Sunday, January 6, 2019

Continental develops 5G-Hybrid Vehicle-to-Everything (V2X)

Continental unveiled a 5G hybrid Vehicle-to-Everything (V2X) platform that integrates technologies not only for 4G and 5G network access, but also Dedicated Short Range Communication (DSRC) and Cellular-V2X for direct V2X communication.

The company said its V2X, which is being demonstrated at this week's CES 2019 in Las Vegas, provides a global solution for auto manufacturers as the technical path to establish direct V2X communication varies regionally. Some regions prefer the established DSRC and others lean toward the upcoming Cellular-V2X standard.

A practical example: if vehicles approach a construction site, short-range V2X communication begins to communicate this situation within a half mile range. As a result, the driver is prepared for the situation when the car reaches the actual construction site or the end of a forming line of traffic. If seamless long-range communication also transmitted this warning with a longer lead time, the driver would be offered more options, having more time to prepare for a forming traffic jam or to get into the recommended lane, as an example. The construction workers also benefit from the advanced information as it reduces the risk of a car running into them. Based on Continental’s platform, such use cases could soon become reality on roads throughout the world. For China, this global project even marks the first series development of a V2X product.

“Winning a first project based on our 5G-Hybrid-V2X platform is not only great news for us but for the entire industry. Bringing 5G on the development roadmap so early demonstrates that the automotive industry has its finger on the pulse of digitalization,” said Johann Hiebl, head of the business units Body & Security and Infotainment & Connectivity at Continental. “Additionally, deploying V2X on such a large, global scale marks an important stepping stone for safer and more intelligent mobility.”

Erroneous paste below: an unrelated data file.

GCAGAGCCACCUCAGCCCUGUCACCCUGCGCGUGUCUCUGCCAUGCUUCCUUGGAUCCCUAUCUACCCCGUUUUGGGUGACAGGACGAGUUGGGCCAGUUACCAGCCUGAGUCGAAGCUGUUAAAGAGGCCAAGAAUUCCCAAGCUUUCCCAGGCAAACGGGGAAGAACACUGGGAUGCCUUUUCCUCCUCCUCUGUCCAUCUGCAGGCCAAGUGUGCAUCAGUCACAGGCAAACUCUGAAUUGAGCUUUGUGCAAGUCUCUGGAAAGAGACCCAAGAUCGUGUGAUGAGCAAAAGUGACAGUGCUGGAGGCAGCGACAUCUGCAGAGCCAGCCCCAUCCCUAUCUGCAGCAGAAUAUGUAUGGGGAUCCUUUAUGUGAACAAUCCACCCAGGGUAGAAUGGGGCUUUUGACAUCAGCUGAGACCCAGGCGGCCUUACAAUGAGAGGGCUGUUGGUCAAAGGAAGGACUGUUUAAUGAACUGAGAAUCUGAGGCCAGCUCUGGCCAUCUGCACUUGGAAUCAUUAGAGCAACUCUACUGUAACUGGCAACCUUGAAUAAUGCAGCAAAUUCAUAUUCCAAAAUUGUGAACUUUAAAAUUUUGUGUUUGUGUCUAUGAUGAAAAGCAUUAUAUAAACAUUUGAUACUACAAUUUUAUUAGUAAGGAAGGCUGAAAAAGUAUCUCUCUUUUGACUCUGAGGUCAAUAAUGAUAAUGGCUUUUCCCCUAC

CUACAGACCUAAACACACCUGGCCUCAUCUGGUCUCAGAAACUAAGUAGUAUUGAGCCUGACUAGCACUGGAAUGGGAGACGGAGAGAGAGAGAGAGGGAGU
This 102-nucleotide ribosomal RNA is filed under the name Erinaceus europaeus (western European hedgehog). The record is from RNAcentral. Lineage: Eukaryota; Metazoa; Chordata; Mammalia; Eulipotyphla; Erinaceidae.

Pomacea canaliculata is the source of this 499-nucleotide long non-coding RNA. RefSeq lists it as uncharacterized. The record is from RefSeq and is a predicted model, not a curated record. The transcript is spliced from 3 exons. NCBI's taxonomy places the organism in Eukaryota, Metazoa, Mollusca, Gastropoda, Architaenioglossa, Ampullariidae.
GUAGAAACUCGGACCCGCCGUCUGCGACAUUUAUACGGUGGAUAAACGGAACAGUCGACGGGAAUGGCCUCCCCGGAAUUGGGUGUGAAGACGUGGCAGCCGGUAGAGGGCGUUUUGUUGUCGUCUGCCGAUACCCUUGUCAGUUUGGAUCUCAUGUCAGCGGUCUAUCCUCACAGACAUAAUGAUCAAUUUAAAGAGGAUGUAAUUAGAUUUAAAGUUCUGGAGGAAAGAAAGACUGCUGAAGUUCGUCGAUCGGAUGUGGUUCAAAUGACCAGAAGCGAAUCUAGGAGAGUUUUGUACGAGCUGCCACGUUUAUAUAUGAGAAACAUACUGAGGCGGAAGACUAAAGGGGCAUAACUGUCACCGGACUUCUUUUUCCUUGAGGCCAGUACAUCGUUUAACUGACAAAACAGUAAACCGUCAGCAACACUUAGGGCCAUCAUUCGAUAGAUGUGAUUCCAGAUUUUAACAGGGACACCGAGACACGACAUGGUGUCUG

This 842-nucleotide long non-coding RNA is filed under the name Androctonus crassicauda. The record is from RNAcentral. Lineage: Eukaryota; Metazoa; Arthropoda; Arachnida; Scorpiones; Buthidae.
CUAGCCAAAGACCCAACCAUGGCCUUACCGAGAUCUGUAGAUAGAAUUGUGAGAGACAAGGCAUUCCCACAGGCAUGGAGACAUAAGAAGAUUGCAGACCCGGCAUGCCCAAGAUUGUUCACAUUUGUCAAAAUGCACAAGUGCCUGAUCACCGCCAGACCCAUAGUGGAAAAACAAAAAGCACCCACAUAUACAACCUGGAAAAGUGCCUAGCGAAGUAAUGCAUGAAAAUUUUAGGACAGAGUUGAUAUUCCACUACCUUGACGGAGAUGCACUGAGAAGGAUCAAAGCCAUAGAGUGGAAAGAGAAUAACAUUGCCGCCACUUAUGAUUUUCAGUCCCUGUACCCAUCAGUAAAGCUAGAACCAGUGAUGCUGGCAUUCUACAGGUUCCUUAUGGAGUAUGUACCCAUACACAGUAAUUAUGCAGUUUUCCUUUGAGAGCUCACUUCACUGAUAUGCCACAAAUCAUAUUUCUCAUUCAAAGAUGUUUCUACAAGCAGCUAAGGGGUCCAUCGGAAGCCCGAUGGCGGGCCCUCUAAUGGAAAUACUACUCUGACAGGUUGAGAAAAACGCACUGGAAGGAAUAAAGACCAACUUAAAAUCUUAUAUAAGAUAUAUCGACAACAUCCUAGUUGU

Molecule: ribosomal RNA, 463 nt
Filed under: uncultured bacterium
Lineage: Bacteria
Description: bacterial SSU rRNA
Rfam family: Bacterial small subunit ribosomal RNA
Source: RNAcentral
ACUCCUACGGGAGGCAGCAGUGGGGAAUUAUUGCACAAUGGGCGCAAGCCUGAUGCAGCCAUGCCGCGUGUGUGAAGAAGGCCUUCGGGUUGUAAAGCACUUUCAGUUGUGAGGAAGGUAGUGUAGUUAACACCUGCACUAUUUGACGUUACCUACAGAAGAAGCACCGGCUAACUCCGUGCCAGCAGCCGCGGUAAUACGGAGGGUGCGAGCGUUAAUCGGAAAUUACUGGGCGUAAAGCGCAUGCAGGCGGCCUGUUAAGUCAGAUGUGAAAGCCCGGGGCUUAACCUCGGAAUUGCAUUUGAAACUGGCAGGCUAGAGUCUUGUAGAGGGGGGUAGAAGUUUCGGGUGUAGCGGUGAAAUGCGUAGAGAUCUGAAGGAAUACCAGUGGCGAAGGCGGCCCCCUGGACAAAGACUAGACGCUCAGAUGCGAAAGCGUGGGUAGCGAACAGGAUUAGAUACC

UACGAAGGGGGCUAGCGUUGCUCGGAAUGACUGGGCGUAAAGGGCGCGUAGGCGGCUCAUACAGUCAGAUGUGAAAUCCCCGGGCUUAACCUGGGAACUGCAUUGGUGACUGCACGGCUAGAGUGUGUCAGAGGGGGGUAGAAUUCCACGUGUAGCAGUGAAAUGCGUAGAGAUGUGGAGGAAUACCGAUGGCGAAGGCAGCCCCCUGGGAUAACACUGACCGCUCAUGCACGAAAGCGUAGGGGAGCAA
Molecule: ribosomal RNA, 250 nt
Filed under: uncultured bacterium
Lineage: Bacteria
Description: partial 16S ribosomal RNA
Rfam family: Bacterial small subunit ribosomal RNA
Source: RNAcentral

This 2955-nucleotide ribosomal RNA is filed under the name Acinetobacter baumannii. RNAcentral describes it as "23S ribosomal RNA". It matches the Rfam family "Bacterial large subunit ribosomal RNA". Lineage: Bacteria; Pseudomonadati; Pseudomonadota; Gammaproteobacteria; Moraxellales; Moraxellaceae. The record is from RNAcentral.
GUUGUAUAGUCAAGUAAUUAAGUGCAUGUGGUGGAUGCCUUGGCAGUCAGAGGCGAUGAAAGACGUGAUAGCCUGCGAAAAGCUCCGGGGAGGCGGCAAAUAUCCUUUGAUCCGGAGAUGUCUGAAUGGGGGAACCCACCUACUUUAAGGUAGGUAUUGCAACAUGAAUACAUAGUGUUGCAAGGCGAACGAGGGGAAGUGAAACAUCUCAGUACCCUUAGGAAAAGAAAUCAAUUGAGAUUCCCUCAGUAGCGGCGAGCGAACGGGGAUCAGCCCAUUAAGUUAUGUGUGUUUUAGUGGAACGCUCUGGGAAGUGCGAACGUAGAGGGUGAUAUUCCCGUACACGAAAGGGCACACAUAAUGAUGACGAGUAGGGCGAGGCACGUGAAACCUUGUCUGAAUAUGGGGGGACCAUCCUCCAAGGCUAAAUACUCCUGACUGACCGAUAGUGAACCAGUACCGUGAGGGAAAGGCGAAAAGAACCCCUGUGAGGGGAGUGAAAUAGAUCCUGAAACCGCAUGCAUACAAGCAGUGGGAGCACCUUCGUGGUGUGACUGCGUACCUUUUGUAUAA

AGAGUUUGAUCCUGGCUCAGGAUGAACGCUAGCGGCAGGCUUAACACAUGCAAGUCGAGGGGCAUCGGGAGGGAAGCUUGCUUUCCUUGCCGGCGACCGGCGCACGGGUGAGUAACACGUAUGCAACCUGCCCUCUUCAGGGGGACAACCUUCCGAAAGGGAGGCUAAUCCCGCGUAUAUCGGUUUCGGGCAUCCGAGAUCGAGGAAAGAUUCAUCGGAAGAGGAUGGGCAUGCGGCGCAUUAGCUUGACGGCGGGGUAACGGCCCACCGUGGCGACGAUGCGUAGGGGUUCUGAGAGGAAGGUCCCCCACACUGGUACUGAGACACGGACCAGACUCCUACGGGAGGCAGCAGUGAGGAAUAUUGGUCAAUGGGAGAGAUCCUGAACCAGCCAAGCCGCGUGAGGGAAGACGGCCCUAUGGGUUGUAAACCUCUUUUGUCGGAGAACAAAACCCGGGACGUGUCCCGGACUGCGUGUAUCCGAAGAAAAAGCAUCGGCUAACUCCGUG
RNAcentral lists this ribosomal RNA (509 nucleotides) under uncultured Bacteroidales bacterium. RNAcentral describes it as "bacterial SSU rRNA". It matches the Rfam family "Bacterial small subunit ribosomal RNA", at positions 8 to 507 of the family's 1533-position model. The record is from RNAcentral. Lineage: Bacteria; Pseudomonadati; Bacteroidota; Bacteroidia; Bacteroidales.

“Ad-hoc networking through V2X has the potential to drastically increase driving safety. Direct information from other vehicles can improve the decision-making of drivers and automated driving functions,” said Murali Srinivasan, head of Passive Safety and Sensorics for Continental North America. “To fulfill this task, V2X technology must be as fast and reliable as possible – and it must be available globally. To date, short-range communication and long-range communication are two different systems with dedicated Electronic Control Units (ECUs). Networking both types of communication more closely will bring safety benefits.”

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